Top general appoints third acting deputy as suspended admiral remains in limbo - InfoNews

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Top general appoints third acting deputy as suspended admiral remains in limbo

Chief of the Defence Staff Jonathan Vance speaks during a press conference on the Joint Suicide Prevention Strategy, in Ottawa on Thursday, Oct. 5, 2017. Vance appears to be keeping the seat warm for the possible return of Vice-Admiral Mark Norman, who was suspended last year as the military's second-in-command because of an RCMP investigation. THE CANADIAN PRESS/Justin Tang
March 02, 2018 - 1:39 PM

OTTAWA - Canada's top soldier appears to be keeping the seat warm for the possible return of Vice-Admiral Mark Norman, who was suspended last year as the military's second-in-command because of an RCMP investigation.

Defence chief Gen. Jonathan Vance issued an internal directive this week tapping army commander Lt.-Gen. Paul Wynnyk as the third acting vice-chief of defence staff in 14 months as Norman's fate remains uncertain.

The directive included a significant reshuffling of the military's top brass, including the naming of a new air force commander, as four of 11 lieutenant-generals and vice-admirals prepare to retire in the coming months.

But Vance's decision to appoint Wynnyk on a temporary basis was particularly notable given growing questions about the length of the RCMP's investigation into Norman — and why he remains suspended despite a lack of charges.

Norman, who served as head of the navy before taking over as vice-chief in August 2016, was initially relieved of his duties and suspended with pay in January 2017 under a cloud of secrecy.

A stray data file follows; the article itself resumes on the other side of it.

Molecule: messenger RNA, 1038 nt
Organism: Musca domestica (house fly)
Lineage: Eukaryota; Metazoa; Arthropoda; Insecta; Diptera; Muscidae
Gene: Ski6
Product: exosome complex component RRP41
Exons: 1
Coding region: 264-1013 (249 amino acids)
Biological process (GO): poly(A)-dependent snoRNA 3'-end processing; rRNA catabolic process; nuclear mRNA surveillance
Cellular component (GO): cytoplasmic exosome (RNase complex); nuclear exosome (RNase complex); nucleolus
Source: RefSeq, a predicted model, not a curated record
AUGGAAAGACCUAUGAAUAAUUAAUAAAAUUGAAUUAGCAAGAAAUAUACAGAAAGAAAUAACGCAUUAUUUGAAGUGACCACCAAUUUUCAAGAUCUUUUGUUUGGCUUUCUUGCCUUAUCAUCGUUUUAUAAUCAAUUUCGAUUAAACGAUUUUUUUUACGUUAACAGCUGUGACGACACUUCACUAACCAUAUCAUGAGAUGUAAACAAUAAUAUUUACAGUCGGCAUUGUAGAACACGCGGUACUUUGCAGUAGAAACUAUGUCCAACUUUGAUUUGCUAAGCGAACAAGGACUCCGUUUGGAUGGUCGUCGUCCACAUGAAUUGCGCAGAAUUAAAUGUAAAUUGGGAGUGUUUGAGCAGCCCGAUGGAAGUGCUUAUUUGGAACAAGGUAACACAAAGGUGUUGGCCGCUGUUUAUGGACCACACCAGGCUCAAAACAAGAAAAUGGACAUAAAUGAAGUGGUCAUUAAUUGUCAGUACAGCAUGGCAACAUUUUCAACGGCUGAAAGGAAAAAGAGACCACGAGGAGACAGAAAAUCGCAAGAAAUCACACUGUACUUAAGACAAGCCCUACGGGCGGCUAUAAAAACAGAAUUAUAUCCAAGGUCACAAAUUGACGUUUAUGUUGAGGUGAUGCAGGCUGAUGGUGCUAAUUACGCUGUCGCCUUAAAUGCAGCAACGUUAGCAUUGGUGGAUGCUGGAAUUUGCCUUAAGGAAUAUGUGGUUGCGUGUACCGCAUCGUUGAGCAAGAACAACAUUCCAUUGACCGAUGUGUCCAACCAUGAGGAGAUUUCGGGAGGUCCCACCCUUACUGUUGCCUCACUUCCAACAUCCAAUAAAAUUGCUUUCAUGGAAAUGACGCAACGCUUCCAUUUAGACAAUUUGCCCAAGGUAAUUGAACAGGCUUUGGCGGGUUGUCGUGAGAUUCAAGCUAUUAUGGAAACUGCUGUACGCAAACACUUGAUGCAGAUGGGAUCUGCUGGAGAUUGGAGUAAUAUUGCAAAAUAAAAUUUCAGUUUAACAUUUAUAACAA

Court documents later revealed that the Mounties suspected him of having leaked cabinet secrets to a Quebec shipyard over fears the Trudeau government would cancel a key shipbuilding project.

But the RCMP have yet to announce whether they plan to charge him or drop the case, leaving Norman — who has denied any wrongdoing — in limbo and some observers calling for his reinstatement.

RCMP spokeswoman Stephanie Dumoulin confirmed in an email on Friday that the investigation is ongoing.

Wynnyk is the third senior officer to serve as acting vice-chief after Lt.-Gen. Alain Parent, who is retiring after less than a year on the job, and Vice-Admiral Ron Lloyd, who held the position for the five months after Norman's suspension.

That amount of turnover is having a "crippling" effect on the military, warned defence analyst David Perry of the Canadian Global Affairs Institute, adding that it also poses a threat to the Liberal government's new defence policy.

Perry recently released a report which found that, only eight months into its 20-year defence policy, the government was already on track to spend billions less on new equipment than promised because of problems in the system.

"It's a really crucial position in terms of how the Department of National Defence spends money and not, and to not have a permanent person in there for a year and a half is a major impediment," he said of the vice-chief.

"So if the government wants to successfully see their defence policy come to fruition, they need to resolve Admiral Norman's situation so they can have a vice-chief appointed who doesn't have an acting tag associated with his title."

Conservative MP and defence critic James Bezan echoed concerns about the impact that the uncertainty around Norman's fate is having on not only the military, but also vice-admiral and those around him.

"I want this to get dealt with and finished off," Bezan said. "You can't hurry along the investigation, but 14 months of having Mark Norman and his family sitting in limbo is not jurisprudence in my opinion."

Among the other changes to the military's senior levels was the appointment of Maj.-Gen. Jean-Marc Lanthier to replace Wynnyk as Canadian Army commander and Maj.-Gen. Al Meinzinger as the new Royal Canadian Air Force commander.

Meinzinger takes over from Lt.-Gen. Michael Hood, who is retiring, along with NORAD deputy commander Lt.-Gen. Pierre St-Amand and Lt.-Gen. Marquis Hainse, who most recently served as Canada's military representative to NATO.

Lt.-Gen. Steve Bowes, who served as commander of the Canadian Joint Operations Command, is being seconded to Veterans Affairs headquarters in Charlottetown. He will be replaced by Special Forces commander Maj.-Gen. Mike Rouleau.

— Follow @leeberthiaume on Twitter.

News from © The Canadian Press, 2018
The Canadian Press

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